Category Archives: Recovery Science

Treating Men with Co-Occurring PTSD and SUD

The co-occurrence of post-traumatic stress disorder (PTSD) and substance use disorder (SUD) is of increasing concern to treatment professionals. Estimates of PTSD prevalence rates among persons presenting for substance abuse treatment range from 35 to 50% (Boden et al., 2012). This is clinically significant because persons who present with co-occurring PTSD and SUD exhibit high symptom severity in both disorders and worse treatment outcomes, including higher relapse rates, than those with only one of the conditions (van Dam, Vedel, Ehring, & Emmelkamp, 2012).

KindesmisshandlungFurthermore, men experience lifetime rates of trauma which are significantly higher than that experienced by women (60.7% as compared to 51.2%) (Najavits, Schmitz, Gotthardt, & Weiss, 2005). Studies have shown that men with PTSD are at greater risk to develop SUD with lifetime rates of alcohol use disorder estimated at 51.9% and other substance use disorders at 34.5% (Najavits et al., 2005). Given these numbers, evaluating which approaches are most effective in treating men with co-occurring PTSD and SUD is of paramount importance. As such, the purpose of this article shall be to address the following effectiveness-based question through survey of the research literature: For men who present with co-occurring PTSD and SUD, what interventions are most effective in improving treatment outcomes by reducing symptoms of both disorders.

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Assessment Protocols for Adults with Substance Use Disorders

According the Substance Abuse and Mental Health Services Administration (2013), an estimated 23.9 million Americans are current illicit drug users. These numbers raise serious concerns given the devastating consequences of addiction borne by individuals, families, communities and society as a whole. Furthermore, The National Institute on Drug Abuse (2012) estimates that addiction costs the nation in excess of $600 billion annually. Given this, it is important to evaluate instruments and measures utilized by treatment professionals to assess and diagnose substance use disorders. The purpose of this paper shall be to undertake such an evaluation of two widely used assessment protocols – the Substance Abuse Subtle Screening Inventory (SASSI) and the Addiction Severity Index (ASI) – by appraising the reliability, validity, feasibility, accessibility, and overall appropriateness of these measures in screening and assessing adults with substance use disorders.


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Exercise and Relapse Prevention

Some researchers have stressed the importance of helping individuals in early recovery to develop “positive addictions” such as increased physical activity and/or meditation.  And even though lifestyle modification is one of the main components of Marlatt’s relapse prevention model, this element has received the least attention in substance abuse treatment programs.  Nevertheless, engaging in regular exercise provides a number of potential benefits including allowing individuals to experience positive mood states without the use of drugs; helping to reduce depressive symptoms which have been tied to risk of relapse; improving sleep and cognitive functioning (each of which have been identified as being disrupted in early recovery and predictive of relapse); and increasing self-efficacy while decreasing stress-reactivity.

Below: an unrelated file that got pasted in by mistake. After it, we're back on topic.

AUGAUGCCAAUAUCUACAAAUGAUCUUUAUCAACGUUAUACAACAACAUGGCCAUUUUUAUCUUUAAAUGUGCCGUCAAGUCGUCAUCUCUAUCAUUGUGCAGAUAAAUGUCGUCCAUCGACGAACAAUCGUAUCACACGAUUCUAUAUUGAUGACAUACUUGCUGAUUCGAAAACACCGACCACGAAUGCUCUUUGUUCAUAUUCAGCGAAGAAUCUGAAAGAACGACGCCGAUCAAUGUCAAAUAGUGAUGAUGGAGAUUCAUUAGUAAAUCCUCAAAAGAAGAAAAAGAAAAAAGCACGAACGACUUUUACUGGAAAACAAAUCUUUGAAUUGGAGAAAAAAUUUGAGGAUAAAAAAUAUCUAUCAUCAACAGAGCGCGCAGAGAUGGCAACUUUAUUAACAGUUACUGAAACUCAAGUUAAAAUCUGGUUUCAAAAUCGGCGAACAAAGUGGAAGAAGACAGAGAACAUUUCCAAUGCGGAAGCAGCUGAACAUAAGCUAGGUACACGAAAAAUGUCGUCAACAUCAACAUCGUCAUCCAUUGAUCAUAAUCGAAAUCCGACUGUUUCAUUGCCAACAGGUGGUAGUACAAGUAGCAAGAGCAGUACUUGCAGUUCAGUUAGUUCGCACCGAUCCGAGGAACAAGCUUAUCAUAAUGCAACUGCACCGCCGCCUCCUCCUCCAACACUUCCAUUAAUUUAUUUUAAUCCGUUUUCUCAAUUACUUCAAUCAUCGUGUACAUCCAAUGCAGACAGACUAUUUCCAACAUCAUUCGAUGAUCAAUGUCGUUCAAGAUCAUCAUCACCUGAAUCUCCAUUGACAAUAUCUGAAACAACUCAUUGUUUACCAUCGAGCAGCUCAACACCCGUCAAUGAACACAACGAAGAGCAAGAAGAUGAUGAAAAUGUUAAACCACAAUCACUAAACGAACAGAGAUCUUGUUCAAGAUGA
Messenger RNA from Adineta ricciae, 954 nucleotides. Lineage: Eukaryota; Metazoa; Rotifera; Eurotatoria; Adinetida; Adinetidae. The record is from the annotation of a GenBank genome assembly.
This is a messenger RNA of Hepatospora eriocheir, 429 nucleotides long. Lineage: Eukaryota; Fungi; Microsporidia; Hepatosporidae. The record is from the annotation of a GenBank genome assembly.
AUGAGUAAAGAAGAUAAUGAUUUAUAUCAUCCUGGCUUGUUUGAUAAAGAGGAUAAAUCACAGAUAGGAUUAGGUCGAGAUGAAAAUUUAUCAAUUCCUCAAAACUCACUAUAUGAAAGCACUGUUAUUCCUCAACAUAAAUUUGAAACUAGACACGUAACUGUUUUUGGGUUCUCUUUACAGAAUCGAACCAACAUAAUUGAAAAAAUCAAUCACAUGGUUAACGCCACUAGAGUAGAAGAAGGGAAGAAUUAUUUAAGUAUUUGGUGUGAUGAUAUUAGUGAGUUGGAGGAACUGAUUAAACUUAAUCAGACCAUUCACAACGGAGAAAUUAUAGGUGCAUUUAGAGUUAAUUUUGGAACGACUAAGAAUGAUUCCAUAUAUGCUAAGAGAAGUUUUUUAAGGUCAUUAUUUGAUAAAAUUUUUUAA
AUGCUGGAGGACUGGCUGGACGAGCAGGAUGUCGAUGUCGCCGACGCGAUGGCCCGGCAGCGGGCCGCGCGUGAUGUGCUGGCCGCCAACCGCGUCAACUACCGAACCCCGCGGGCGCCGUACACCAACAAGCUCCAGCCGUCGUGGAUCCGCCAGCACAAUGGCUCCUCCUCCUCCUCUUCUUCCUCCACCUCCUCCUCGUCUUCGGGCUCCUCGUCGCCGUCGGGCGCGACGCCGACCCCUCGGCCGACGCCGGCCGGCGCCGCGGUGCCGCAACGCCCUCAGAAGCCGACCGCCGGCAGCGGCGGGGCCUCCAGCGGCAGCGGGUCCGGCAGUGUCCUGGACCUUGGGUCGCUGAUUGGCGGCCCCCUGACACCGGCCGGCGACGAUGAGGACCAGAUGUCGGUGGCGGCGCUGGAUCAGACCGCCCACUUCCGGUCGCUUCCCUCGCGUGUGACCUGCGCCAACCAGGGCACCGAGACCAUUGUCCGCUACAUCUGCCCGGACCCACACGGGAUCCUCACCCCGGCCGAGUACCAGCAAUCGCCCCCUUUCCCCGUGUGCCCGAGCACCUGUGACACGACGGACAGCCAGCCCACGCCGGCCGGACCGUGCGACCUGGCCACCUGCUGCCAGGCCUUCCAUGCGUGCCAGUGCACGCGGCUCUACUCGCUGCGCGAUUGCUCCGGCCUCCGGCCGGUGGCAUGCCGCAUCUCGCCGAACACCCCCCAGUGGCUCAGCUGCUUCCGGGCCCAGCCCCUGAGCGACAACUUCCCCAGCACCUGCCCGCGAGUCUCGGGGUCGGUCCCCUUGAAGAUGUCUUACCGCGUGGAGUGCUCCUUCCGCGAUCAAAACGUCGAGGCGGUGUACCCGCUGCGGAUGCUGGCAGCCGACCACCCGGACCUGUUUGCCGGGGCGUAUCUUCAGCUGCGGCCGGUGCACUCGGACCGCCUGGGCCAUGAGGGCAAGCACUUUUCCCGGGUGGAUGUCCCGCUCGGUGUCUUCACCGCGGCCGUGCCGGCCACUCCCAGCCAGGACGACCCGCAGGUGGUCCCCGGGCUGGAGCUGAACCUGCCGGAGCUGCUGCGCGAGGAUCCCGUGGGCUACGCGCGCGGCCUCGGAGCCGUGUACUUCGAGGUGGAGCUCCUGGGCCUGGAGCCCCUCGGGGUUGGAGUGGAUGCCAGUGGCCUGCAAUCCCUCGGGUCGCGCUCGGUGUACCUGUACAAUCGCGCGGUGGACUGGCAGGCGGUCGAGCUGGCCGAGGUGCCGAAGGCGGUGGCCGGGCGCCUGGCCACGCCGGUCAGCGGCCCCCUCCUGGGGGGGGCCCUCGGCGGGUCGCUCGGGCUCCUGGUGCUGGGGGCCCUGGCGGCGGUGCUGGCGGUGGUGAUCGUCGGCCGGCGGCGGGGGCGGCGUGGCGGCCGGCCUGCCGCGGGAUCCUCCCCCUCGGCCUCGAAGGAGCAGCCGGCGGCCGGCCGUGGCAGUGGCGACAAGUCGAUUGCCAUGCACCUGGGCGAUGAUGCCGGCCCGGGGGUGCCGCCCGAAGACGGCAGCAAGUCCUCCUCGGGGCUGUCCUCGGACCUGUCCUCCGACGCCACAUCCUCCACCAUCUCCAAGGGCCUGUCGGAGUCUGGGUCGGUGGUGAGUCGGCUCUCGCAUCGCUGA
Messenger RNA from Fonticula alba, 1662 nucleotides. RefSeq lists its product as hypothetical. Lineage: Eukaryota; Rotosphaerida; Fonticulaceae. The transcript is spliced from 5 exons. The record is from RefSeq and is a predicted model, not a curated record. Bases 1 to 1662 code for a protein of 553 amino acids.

The following presentation describes the results of a single subject design research project undertaken by the Site Administrator investigating the impact of aerobic exercise on perceived stress.  It was recorded by the Site Administrator in March 2014 in partial fulfillment of the Masters of Science in Social Work degree at the University of Louisville.

Mindfulness Meditation and Substance Use Disorders

A Systematic Review of Literature

(This systematic review of the literature was written in March 2014 by the Site Administrator in partial fulfillment of the Masters of Science in Social Work at the University of Louisville)

In 2010, between 153 million and 300 million people aged 15-64 worldwide used an illicit substance at least once in the previous year (UNODC, 2012).  According to the Substance Abuse and Mental Health Services Administration (2013), in America alone, an estimated 23.9 million persons age 12 and older are current illicit drug users.  Of these, an estimated 22.2 million persons aged 12 and older were classified with substance dependence or abuse in the past year (SAMHSA, 2013).  These numbers raise serious concerns because addiction has far reaching health and social consequences.  It is estimated that there were between 99,000 and 253,000 deaths globally in 2010 as a result of illicit drug use which includes unintentional overdoses, suicides, HIV and AIDS, and trauma (such as vehicle accidents) (UNODC, 2012).  Additionally, drug abuse leads to maladaptive behaviors that interfere with the individual’s ability to function normally in the family, at work, and in the community at a cost to the nation in excess of $600 billion annually (National Institute on Drug Abuse, 2012).  Given the prevalence of addiction in the population and the toll it takes on individuals and society, the development of effective treatment interventions is of utmost importance.